You are not permitted to download, save or email this image. Visit image gallery to purchase the image.
Police chiefs have backtracked on an instruction telling officers not to target drivers in Christchurch's eastern suburbs because those motorists could not afford tickets.
The Star has learned an internal police task memo went to officers this month as part of a strategy aimed at educating drivers instead of penalising them.
Officers were told to avoid targeting drivers in east Christchurch.
"These families are a low socio-economic demographic who are disproportionately reflected in our statistics who can least afford infringement notices," police bosses said.
The instruction was met with surprise from within police ranks.
But Canterbury district prevention manager Inspector Tony Hill said yesterday the task was not written correctly.
"That whole messaging got lost in translation," he said.
Hill said senior police leadership had met to discuss roading and driver initiatives, and from that meeting an instruction was sent out to officers.
He said the instruction was later written by a senior sergeant, but it should have been "messaged differently". Staff then sent out revised instructions.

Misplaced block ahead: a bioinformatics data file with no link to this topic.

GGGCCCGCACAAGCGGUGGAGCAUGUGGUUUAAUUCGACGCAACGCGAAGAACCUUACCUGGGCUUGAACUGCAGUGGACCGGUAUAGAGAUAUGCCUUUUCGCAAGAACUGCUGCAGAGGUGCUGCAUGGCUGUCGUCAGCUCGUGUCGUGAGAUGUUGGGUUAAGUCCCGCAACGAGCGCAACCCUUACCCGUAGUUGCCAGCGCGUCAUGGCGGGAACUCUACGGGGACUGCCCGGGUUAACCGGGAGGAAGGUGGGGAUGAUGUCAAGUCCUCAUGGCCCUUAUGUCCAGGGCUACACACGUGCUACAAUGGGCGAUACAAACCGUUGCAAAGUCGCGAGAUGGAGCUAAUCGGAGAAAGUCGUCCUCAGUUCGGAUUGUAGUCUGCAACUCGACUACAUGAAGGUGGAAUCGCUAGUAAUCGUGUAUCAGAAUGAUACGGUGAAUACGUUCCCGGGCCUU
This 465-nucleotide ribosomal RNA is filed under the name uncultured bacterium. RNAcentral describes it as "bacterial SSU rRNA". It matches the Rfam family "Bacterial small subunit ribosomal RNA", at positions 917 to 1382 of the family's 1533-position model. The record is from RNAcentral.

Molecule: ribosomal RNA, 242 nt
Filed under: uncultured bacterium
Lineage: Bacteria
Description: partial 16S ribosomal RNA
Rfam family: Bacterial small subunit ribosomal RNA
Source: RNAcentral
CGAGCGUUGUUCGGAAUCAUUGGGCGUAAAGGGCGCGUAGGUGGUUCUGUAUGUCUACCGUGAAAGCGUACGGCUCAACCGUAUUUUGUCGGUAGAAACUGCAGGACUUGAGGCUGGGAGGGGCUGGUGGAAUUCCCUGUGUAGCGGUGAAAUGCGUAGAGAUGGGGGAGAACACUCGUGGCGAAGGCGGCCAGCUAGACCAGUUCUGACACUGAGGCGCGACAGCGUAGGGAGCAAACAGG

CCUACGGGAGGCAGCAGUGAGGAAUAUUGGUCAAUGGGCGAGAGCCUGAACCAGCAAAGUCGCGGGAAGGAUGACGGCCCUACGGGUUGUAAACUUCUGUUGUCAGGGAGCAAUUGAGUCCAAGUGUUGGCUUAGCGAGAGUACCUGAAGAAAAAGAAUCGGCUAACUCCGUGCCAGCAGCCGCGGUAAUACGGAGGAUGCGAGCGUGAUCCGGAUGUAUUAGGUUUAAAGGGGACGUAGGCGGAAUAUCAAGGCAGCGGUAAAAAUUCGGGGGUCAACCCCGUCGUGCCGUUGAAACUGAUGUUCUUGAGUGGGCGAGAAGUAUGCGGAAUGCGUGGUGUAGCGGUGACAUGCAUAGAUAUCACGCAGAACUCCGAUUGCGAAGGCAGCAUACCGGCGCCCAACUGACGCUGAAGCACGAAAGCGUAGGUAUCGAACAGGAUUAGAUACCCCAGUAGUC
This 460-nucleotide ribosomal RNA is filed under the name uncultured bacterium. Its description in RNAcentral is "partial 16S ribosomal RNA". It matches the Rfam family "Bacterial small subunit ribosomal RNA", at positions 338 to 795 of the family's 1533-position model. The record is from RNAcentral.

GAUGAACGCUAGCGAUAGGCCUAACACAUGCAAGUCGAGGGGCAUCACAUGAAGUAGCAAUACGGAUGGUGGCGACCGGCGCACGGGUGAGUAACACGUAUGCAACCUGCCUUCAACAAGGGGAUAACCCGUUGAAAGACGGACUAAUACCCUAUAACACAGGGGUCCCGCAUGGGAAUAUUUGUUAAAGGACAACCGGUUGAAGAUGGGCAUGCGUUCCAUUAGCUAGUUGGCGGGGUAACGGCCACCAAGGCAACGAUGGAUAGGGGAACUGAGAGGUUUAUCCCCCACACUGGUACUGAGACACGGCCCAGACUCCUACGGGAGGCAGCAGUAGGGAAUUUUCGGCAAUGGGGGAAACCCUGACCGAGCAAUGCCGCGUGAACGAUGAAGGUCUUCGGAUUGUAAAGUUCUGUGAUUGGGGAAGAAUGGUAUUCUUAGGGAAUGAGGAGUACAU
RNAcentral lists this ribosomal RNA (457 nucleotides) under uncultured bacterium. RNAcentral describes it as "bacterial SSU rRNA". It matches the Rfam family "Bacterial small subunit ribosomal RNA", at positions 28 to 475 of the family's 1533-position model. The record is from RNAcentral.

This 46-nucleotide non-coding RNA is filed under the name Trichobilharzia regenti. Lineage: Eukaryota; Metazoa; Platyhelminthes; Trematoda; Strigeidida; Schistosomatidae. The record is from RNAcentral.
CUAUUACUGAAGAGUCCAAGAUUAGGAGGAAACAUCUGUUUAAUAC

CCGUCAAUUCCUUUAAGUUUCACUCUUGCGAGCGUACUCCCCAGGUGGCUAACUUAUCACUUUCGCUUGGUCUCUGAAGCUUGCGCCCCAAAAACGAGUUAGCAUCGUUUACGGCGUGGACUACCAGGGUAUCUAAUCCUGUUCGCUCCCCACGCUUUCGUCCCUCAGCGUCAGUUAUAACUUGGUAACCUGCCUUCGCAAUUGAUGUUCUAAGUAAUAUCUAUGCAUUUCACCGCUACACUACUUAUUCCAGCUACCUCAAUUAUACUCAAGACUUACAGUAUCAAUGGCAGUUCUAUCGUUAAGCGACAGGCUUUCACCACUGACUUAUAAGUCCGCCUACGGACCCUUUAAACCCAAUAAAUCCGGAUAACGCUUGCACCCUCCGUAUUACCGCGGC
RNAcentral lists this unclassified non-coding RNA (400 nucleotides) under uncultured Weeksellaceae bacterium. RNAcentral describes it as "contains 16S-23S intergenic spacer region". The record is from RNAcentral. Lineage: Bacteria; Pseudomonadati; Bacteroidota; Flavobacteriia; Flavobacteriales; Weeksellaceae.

Police have had an initiative running for some time where motorists from across the city who don't have a driver licence or warrant of fitness or registration and can't afford to pay a fine may not be ticketed.
Instead, police can give them compliance, or refer them to a programme to get a licence or an agency to assist with employment in order to be able to pay for a warrant of fitness.
Hill said that was the intent of the task, and it had been "reworked" to reflect that.
As part of a plan to reduce Maori offending by 25 per cent by 2025, police were looking at the ways in which Maori and people from lower socio-economic areas were entering the justice system.
"One of these is road policing infringements," said Inspector Hill.
Often people were pulled over, ticketed for not having a driver licence or warrant of fitness, and could not pay their fine. So they had to do community service and enter the justice system. Once they were in there, it could be hard to break the cycle, he said.
"There's a million dollars worth of fines sitting in the Aranui area that aren't paid. They clearly can't afford to pay them."
He said instead, police were helping them into courses, such as the Learner Driver Mentoring or Community Driver Mentoring programmes, which help people get their licence or their vehicle up to standard.
Hill said enforcement was still taken for behaviour such as speeding or drink driving.
"No one's being let off on stuff they certainly shouldn't."
In 2015, police came under fire after it was discovered police guidelines said not to ticket unlicensed Maori drivers in South Auckland, and rather refer them onto training.
It was part of a goal to reduce Maori offending. But Hill said this was completely different.